Mom nodded her head.

“Mom,” I continued. “May be I’m not good enough. May be I will fail an exam or two. Failure is inevitable and it must be accepted with grace. I know I’ll fall too many times. But Mom, when I do get my chance – my chance to shine, I promise the world will watch. I promise I’ll scale that mountain and reach the top and tell myself that yes, I did it. I’ll get somewhere, Mom – somewhere high and fine. But you’ve to let me seek out my own paths. You have to give me the courage to spread my wings, else I’ll never know what it is to fly and what it is to drop from the sky. I promise, Mom, that there’ll be a day you’ll tell me, ‘I knew you could do it!’ I’m just waiting for that day. I’ll not miss my chance.”

“And even if you do,” Mom interjected, “I’ll still be proud of you, no matter what.”

The clock had struck midnight by then.

Of Returning Home

The train jerks to a halt, the metal wheels screeching against the rails, momentarily piercing through the drone of noises in the station. Picking up my duffel bag and grabbing the door handle to steady myself, I stare out at the maddening crowd of people all around.

Hawkers and taxi drivers and stationmasters and masses of men – it surprises me as to how the ground doesn’t crumble under their weight.

Stepping out of the train into the light of a scorching autumn sun, I take a moment to look around and breathe in the air. A smell if roasted peanuts coupled with a faint aroma of lemon oil teases the breeze.

Somewhere a hawker screams at the stray dogs that are running away with s piece of his bread. To my right, a coolie picks up the luggage of an old Lady, wincing under the weight of the blue suitcases. He complains and asks her to pay more as he starts walking, dragging the other bag behind him. Somewhere far away, a little boy sells newspapers, shrieking wildly, running after every person, hoping they’d buy a copy.

Silence is evasive as a xerox machine next to a shop, whirs and clicks, throwing sheets of paper all around. The owner shouts at the boy who is serving customers at the counter and he immediately comes to the rescue. Together, they slam the metal top to shut the machine.

Heels click against the gravel pavement. A little boy who us wearing a pair of oversized bunny slippers, jumps on every drying puddle, clapping his hands in excitement.

It is an unusually noisy Sunday.

But amidst all this, I find a deep sense of oblivion.

Nobody seems bothered. Everyone walks their own wat, occasionally stopping by to take a look here and there. Children hold on to their mothers, tight, while the men load the luggage into the train. Some people are leaving while some are returning back from where they had arrived.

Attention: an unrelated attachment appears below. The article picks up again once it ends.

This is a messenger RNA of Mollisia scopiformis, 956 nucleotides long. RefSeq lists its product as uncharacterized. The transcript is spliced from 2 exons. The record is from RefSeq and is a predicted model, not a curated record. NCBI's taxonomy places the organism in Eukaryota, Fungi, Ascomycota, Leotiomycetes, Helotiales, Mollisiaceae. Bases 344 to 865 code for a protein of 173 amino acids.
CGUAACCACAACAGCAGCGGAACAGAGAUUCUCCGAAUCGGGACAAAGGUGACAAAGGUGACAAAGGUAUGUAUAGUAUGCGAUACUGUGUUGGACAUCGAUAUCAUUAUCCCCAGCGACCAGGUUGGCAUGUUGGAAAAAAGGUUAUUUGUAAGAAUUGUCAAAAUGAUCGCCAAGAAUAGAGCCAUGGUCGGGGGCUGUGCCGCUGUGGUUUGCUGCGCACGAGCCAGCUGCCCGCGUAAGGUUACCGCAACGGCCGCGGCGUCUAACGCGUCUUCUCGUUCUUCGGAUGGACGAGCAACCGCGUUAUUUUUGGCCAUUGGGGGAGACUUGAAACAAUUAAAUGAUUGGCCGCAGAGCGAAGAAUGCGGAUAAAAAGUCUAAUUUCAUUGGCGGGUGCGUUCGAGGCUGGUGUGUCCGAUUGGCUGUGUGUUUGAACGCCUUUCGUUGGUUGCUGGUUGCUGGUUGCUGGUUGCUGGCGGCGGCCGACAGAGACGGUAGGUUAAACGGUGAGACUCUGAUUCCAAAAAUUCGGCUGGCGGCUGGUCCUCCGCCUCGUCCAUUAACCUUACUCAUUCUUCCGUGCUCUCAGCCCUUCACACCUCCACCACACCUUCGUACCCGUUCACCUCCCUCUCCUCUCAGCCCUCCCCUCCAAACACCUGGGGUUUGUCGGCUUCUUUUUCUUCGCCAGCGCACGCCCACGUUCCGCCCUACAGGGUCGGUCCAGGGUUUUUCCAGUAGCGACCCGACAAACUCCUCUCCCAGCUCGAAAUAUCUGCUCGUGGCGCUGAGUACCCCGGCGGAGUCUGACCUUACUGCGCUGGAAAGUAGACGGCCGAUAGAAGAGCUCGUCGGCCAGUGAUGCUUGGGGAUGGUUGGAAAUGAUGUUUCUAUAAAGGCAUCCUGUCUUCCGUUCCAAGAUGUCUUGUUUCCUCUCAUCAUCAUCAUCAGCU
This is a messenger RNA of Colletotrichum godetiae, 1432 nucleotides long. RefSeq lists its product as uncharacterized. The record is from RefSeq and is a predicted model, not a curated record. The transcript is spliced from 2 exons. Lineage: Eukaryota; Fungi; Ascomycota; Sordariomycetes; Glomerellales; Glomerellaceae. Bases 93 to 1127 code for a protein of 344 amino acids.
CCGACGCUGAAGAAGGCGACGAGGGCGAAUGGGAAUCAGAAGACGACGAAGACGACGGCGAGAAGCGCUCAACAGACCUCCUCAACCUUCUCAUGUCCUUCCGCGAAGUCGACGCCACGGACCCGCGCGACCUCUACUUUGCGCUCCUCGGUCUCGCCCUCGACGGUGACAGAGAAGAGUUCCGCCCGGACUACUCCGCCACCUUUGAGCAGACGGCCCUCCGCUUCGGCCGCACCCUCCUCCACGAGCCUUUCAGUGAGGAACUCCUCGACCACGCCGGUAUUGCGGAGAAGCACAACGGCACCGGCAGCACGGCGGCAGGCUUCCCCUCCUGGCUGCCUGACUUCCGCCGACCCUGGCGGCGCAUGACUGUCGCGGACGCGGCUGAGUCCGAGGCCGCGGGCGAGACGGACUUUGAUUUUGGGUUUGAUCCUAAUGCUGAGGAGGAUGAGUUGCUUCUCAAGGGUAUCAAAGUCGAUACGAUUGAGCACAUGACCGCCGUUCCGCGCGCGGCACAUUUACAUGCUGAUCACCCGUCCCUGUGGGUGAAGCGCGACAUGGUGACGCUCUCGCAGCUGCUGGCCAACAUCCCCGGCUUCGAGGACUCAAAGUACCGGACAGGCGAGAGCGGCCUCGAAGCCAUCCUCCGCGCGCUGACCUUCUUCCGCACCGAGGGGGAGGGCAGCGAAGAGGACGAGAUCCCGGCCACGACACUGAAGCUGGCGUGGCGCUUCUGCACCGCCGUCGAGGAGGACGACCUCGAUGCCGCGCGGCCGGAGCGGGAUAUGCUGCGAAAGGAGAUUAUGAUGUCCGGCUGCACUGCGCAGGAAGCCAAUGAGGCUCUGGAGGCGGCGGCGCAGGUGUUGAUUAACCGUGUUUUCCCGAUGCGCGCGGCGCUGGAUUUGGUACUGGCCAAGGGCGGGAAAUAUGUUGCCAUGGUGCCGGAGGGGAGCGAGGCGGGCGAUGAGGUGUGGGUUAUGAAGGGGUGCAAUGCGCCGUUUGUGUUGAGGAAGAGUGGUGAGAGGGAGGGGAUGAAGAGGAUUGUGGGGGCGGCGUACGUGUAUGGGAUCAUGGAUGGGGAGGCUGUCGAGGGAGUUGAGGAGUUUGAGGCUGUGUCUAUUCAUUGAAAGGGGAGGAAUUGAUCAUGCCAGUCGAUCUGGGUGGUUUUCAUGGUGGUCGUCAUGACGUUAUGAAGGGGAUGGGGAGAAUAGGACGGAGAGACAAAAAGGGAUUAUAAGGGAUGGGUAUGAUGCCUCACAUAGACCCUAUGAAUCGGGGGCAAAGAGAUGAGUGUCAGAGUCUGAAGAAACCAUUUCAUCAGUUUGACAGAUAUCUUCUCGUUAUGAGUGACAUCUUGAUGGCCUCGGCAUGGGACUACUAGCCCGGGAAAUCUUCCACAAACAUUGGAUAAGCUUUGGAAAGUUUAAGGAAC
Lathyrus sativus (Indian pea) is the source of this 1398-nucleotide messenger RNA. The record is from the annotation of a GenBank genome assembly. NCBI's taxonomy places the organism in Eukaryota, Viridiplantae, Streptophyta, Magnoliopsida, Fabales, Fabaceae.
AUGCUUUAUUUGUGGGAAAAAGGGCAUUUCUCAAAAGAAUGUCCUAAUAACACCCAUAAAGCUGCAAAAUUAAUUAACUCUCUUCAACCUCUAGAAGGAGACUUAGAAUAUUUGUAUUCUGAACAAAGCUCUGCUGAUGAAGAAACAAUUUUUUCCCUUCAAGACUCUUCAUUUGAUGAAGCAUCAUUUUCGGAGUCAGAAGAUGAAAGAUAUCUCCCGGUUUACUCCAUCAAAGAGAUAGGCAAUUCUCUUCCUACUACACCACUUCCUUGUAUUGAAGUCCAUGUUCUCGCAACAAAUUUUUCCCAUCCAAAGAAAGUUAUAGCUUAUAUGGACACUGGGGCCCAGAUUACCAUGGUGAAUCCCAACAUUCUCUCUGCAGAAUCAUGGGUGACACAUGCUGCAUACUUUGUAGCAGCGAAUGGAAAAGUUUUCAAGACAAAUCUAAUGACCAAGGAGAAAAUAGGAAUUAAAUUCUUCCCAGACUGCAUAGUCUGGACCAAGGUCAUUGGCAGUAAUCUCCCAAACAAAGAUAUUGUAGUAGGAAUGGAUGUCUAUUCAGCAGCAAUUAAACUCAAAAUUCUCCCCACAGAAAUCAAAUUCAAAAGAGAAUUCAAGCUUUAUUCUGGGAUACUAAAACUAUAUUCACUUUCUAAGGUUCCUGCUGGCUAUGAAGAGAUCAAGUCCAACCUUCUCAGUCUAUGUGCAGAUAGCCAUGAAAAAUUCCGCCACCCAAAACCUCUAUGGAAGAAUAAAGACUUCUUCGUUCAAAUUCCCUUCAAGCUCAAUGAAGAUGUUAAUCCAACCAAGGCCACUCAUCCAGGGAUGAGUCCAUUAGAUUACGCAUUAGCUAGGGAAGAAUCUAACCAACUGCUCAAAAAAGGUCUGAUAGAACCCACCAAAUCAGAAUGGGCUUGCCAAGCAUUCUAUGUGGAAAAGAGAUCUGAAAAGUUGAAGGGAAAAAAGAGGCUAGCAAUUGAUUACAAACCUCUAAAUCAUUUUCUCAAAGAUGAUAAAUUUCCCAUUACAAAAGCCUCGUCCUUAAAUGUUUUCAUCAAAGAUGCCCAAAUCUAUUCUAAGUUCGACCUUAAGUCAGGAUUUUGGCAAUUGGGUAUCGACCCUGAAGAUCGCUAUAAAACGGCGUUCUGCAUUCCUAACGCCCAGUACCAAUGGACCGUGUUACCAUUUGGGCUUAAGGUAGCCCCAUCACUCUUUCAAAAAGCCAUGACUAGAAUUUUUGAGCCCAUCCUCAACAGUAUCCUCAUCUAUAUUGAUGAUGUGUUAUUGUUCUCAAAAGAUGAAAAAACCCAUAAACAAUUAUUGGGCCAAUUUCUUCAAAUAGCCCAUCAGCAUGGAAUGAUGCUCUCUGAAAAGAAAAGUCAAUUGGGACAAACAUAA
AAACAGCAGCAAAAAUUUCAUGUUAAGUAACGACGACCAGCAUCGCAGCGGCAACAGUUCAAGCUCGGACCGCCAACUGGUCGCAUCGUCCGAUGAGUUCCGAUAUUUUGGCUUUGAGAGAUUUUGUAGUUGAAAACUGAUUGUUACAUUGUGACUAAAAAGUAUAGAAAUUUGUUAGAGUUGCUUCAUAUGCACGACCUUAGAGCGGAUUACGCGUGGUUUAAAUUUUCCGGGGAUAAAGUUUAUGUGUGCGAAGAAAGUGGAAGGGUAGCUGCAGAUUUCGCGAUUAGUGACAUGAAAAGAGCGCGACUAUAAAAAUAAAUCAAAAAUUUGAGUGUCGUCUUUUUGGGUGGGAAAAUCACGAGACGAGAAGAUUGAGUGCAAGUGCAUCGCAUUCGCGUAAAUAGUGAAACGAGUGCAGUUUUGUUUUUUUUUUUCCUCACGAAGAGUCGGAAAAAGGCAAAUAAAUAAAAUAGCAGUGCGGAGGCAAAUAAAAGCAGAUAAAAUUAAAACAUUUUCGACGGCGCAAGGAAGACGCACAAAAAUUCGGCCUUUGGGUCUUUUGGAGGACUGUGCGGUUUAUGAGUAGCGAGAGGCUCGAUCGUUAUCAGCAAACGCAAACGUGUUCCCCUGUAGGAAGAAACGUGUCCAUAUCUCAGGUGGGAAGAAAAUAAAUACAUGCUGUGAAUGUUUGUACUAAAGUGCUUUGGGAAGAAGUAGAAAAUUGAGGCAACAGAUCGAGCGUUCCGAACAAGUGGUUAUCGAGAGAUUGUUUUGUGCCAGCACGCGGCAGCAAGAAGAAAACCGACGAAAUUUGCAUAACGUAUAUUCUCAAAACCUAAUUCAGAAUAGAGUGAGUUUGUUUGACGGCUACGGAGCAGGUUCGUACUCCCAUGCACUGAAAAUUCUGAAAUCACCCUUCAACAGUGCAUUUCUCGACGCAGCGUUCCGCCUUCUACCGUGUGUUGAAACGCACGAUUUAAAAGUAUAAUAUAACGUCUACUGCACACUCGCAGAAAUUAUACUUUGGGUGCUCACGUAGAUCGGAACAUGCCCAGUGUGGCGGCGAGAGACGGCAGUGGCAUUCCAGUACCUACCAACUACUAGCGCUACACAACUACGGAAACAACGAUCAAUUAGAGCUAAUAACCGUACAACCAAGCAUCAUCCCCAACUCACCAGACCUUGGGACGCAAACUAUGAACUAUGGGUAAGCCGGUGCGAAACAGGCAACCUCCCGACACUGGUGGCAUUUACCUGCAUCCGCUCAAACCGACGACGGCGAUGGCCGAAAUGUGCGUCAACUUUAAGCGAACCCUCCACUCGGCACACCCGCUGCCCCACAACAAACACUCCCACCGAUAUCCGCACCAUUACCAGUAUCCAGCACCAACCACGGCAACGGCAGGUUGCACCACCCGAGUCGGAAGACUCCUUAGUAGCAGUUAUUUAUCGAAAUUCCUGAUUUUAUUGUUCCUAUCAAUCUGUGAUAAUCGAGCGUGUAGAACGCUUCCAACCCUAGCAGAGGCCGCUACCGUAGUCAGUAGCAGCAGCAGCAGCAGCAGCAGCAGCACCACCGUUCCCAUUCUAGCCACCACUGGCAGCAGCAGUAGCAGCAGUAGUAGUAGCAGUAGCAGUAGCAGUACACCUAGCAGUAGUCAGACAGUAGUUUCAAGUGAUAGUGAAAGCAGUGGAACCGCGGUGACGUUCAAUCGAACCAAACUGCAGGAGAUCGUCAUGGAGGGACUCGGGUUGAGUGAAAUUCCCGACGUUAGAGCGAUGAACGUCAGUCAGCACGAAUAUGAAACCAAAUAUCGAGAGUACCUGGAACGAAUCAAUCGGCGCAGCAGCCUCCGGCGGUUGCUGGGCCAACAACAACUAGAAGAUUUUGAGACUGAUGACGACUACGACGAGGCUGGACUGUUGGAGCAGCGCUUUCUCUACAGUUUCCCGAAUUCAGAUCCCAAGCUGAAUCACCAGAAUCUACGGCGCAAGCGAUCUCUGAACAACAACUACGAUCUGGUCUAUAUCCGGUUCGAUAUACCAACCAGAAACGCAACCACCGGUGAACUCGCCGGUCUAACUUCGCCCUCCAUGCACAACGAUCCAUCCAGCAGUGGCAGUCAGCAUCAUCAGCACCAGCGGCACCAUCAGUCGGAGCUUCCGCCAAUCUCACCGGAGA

As the evening air quietly blows, I can’t help but spread my arms and take a deep breath. It smells of home.

As if on cue, a frail man dressed in a pair of white pants and a grey shirt, approaches me.

“Madam ji,” he says. “Are you looking for a taxi?”

A slight gasp of surprise leaves my mouth as I withdraw my hands and shove them into the pockets of my overcoat.

“Why,yes!” I reply him after some time.

“Where to?” he asks but doesn’t wait for a reply. Instead, he picks up my bag and motions me to follow him.

“I’ve parked my taxi just there,” he talks as he manoeuvres around the people who’ve fallen asleep on the platform.

As we walk past the swirling rush of people, hearing a plethora of noises zooming into a drone, I can’t help but feel a strange peace within me. The noises don’t affect me.

With a slight spring in my steps, I walk out of the station into the slightly thick air of the parking lot. Every second fills my heart with profound happiness.

I watch him put my bags at the back of the car. Before he gets inside the taxi, he motions me to take the backseat.

Pulling open the door, I glance back at the station again. It seems as if it is moving away from me with each passing second.

Soon, I tell myself, I’ll be home. The little daisies in the garden will greet me and a bowl of corn soup will be waiting at the table.

Mom will be sitting in the living room, sipping in her usual cup of tea and flipping through the pages of some random magazine. Outside, on the street, my brother will be playing with his friends, crying in joy with the other children. And Dad will be glued to the TV screen, watching the latest political debate. They will be waiting for me. They will be calling to each other and sneaking glances at the clock, waiting for me to ring the bell. And when I will, they will rush to the door and hug me like there will be no tomorrow.

“Madam ji,” the driver’s gruff voice breaks me from my train of thought. “Where to?”

Slipping into the backseat and peeling down the windows, I feel the same air brush against my face again.

“Home,” I say and he smiles.

A Plate Full Of Mom

“One of the most important relationships we have is the relationship we have with our mothers.”